That satisfaction isn’t just with new hires. Employers continue to report high satisfaction with retention and success of Vanderbilt alumni within their organizations.
“You know one of the most gratifying things for me is to hear Geoff Walker [MBA’94 and executive vice president of global brands] at Mattel saying, ‘We did a study of retention and success, and Owen came out on top in terms of the MBA talent we recruited,’” McNamara says. “DaVita, another key employer of ours, said ‘Read, we went back years and looked at retention and progression of career, and Owen came out No. 1.’ When I see tangible, concrete evidence of the success of our students at premiere employers—when I’m not shown platitudes but the hard, concrete numbers of how well our graduates have done in their company—that is very gratifying.”
Sustaining that excellence is a top goal for the CMC. “When you get offers and acceptances above 90 percent at 90 days after Commencement, there’s not too much room to improve on those performance metrics,” McNamara says. “If we can continue to operate at the kind of level we are now in those performance metrics while advancing our average salary and bonus numbers, through good markets and bad markets, we would have good reason to be pleased.”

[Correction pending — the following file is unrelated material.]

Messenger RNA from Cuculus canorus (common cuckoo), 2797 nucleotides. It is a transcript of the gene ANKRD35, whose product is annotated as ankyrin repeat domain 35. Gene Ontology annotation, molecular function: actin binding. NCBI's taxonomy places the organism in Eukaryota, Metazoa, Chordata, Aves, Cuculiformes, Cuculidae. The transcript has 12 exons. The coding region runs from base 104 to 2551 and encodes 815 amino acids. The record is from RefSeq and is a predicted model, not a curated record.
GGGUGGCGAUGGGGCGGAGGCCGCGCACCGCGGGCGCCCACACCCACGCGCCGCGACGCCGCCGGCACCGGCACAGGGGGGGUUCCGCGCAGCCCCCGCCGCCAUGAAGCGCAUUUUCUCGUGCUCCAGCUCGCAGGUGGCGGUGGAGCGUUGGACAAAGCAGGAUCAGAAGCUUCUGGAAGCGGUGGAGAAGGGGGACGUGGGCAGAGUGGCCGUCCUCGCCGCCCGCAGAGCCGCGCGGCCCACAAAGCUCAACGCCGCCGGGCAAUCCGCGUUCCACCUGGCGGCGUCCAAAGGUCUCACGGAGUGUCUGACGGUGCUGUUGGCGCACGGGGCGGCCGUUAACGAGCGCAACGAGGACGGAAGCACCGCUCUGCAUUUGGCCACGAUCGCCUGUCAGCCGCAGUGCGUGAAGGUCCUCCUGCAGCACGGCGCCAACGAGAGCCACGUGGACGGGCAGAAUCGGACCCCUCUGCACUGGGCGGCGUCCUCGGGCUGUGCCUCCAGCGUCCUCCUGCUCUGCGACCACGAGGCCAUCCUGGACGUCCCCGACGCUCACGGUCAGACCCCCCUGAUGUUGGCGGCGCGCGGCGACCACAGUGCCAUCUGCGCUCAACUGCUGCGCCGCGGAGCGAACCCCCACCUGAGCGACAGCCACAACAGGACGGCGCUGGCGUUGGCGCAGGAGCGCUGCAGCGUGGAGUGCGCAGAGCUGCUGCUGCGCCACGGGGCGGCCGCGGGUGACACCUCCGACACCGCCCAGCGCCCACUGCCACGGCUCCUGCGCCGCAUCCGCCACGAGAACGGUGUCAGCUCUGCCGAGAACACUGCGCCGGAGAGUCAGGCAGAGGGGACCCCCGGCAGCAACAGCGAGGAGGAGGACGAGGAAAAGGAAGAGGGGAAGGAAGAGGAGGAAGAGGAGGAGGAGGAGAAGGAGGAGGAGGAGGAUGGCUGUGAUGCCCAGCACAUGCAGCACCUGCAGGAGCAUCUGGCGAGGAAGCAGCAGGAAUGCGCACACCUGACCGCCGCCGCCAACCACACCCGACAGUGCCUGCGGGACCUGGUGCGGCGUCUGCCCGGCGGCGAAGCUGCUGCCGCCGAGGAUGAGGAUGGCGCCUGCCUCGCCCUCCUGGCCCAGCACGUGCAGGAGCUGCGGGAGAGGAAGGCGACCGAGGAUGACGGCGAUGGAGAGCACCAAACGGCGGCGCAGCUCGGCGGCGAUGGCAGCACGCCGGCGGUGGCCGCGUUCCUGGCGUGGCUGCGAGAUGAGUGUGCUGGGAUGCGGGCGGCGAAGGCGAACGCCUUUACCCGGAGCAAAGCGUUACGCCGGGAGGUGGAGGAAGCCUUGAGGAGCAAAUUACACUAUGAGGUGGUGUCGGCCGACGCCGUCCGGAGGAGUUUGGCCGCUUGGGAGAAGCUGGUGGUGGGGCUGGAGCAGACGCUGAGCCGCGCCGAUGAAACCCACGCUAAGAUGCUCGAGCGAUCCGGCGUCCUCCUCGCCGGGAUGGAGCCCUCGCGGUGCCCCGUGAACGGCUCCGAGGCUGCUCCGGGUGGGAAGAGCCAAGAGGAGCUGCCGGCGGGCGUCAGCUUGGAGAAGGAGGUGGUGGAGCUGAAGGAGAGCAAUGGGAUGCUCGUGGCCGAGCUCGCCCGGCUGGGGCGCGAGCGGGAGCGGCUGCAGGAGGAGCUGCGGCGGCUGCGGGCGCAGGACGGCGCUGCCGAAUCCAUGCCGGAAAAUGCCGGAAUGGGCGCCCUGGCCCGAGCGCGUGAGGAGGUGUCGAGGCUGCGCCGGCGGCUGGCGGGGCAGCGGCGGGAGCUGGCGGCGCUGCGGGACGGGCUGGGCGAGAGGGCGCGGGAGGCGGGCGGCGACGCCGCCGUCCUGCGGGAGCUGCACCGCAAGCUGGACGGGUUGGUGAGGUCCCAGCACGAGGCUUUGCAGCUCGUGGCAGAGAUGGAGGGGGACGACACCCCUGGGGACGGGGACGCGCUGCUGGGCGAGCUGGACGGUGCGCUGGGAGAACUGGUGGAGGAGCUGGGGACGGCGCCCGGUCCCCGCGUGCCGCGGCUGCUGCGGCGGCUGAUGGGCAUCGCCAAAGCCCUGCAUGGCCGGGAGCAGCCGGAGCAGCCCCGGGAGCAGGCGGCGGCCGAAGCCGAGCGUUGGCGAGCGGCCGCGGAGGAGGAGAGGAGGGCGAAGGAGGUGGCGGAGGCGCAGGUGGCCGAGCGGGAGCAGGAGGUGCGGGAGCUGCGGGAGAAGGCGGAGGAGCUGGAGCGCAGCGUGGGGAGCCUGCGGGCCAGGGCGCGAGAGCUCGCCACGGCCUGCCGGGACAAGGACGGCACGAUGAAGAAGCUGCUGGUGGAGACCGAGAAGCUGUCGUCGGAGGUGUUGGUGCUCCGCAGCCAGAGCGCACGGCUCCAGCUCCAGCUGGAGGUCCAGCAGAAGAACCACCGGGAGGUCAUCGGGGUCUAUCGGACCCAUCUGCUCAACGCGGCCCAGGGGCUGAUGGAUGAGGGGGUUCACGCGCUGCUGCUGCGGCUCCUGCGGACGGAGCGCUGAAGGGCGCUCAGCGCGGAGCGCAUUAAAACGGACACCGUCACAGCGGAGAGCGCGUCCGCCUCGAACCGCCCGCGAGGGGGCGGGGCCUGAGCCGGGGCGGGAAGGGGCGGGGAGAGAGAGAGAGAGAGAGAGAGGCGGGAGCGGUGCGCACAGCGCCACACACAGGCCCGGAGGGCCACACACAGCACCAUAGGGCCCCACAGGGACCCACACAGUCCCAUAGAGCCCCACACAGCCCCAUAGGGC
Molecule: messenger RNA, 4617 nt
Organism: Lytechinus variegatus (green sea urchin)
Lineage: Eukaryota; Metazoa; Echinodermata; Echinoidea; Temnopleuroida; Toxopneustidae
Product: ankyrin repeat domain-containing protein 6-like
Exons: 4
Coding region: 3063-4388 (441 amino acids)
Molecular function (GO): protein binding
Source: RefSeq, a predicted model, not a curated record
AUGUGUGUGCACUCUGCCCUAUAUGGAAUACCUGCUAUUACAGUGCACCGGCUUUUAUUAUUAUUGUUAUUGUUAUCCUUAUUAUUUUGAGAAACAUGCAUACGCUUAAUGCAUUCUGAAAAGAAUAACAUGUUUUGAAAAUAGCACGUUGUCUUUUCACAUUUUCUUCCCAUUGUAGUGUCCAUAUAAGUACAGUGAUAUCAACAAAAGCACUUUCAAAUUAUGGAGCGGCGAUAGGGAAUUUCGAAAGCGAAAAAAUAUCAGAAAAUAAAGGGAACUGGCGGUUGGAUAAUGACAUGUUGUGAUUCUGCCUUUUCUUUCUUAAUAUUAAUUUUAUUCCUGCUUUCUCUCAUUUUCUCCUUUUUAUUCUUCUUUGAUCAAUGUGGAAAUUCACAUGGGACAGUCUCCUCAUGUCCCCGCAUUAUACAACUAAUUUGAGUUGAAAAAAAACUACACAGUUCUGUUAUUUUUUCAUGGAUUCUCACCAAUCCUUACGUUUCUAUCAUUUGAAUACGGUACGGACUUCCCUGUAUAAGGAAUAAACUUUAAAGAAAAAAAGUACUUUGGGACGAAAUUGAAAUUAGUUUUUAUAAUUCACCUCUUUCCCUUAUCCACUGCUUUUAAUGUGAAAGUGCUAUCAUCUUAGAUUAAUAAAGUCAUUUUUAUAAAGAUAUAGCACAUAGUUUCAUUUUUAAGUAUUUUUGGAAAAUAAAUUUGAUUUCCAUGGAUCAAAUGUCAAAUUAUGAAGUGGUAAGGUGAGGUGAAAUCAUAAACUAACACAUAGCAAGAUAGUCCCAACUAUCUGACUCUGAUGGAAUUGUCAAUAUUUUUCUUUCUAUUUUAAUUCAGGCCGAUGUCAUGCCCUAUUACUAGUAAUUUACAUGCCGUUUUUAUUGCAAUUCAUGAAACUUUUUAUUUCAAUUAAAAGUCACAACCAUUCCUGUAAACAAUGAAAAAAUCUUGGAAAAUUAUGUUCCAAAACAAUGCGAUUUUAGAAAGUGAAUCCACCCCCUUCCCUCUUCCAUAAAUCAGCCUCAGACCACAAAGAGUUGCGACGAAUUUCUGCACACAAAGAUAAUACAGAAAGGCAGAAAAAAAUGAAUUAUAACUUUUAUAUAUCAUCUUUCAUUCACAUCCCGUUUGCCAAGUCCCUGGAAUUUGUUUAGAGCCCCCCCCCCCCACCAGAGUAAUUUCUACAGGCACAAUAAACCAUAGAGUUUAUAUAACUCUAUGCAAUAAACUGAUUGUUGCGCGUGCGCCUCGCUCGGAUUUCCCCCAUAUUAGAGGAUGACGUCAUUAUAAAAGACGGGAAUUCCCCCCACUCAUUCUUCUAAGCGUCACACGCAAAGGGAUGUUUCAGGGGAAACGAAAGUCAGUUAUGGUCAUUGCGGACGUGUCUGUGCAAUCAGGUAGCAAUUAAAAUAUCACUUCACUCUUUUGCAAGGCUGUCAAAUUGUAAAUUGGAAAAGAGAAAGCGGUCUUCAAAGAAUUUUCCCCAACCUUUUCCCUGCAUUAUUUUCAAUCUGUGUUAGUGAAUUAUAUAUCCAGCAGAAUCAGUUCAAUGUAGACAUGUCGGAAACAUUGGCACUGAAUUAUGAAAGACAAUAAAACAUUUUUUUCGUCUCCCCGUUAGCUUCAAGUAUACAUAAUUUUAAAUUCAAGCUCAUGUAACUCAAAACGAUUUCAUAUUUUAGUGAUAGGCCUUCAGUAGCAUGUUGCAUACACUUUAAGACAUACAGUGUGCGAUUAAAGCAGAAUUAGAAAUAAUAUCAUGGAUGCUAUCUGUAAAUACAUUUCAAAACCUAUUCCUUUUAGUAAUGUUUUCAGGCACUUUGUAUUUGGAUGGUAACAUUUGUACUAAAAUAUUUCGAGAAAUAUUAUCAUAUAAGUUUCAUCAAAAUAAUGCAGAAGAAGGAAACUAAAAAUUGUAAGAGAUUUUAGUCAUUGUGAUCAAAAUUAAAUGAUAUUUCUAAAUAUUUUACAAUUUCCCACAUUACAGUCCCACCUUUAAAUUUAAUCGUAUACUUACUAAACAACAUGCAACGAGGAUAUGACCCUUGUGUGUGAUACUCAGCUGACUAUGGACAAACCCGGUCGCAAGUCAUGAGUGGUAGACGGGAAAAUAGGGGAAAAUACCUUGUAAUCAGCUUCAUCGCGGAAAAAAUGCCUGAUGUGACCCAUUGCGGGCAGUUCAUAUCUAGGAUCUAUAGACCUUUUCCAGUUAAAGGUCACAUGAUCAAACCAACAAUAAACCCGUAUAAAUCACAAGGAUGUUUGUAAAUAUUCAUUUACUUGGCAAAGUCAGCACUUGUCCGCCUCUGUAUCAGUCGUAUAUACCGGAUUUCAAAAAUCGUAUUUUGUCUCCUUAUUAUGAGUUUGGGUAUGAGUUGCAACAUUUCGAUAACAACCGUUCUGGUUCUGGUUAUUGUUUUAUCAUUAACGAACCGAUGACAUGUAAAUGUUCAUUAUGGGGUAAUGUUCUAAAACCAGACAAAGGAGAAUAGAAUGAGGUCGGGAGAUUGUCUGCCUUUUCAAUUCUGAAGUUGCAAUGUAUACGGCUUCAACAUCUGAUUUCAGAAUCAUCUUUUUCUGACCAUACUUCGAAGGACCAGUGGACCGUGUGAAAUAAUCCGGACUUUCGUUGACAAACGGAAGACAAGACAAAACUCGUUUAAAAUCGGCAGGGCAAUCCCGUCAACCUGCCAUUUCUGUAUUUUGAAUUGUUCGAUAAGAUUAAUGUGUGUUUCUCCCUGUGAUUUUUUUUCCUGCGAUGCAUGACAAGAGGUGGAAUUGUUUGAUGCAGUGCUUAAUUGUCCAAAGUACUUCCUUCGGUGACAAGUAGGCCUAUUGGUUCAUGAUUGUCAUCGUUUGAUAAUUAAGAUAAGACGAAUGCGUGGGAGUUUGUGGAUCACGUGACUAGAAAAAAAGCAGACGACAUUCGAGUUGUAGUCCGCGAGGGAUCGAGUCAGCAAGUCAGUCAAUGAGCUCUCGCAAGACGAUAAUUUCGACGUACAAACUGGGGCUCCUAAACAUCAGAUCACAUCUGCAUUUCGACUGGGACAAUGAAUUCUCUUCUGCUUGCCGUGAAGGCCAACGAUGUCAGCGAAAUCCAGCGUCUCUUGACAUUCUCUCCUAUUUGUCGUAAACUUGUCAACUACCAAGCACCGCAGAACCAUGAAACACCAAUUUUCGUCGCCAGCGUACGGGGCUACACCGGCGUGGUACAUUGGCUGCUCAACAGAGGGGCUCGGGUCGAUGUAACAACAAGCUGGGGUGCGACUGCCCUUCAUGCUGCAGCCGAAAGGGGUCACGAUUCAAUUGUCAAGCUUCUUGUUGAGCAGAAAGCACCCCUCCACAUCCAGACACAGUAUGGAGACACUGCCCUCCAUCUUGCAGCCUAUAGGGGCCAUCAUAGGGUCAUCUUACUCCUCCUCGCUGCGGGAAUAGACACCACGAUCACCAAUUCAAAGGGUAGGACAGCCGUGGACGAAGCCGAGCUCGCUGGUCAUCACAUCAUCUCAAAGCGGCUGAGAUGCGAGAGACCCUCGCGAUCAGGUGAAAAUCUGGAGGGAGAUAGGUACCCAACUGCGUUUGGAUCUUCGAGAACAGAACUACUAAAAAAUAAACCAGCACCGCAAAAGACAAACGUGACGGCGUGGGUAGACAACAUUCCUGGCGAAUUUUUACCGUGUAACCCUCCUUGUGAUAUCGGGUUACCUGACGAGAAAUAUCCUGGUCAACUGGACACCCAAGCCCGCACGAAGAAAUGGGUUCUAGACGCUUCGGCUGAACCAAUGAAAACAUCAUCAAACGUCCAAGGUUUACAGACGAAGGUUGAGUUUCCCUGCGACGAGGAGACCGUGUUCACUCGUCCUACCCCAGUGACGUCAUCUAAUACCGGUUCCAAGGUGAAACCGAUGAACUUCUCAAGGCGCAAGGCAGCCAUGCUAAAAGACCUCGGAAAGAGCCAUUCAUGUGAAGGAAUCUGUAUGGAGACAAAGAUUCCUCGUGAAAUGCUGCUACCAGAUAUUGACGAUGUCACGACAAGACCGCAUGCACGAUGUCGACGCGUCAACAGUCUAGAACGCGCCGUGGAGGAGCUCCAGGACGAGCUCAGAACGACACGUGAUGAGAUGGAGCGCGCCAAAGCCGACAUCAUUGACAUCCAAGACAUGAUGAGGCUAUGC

But the CMC does have another future goal. “Right now we have outstanding relationships with a number of firms who recruit on campus and who will provide us with a speaker for a club or participate in our Distinguished Speaker series, as well as companies who will sponsor case competitions. What we do not have are those comprehensive, all-encompassing company relationships that run the gamut from on-campus recruiting all the way to an executive-in-residence,” McNamara says.
“The dean and I have discussed that a top priority for me and the Career Management Center will be to play the pivotal role in developing strategic partnerships with key employers, the kind of relationships, for example, that the Sloan School at MIT has had for 50-60 years with General Motors,” he says. Such strategic relationships can pay off for schools in sponsored research, corporate advisory board members and named research centers.
“If we sustain the level of excellence we have achieved in the key performance metrics we employ and we form those key relationships, I think the future of Owen looks very bright,” McNamara says.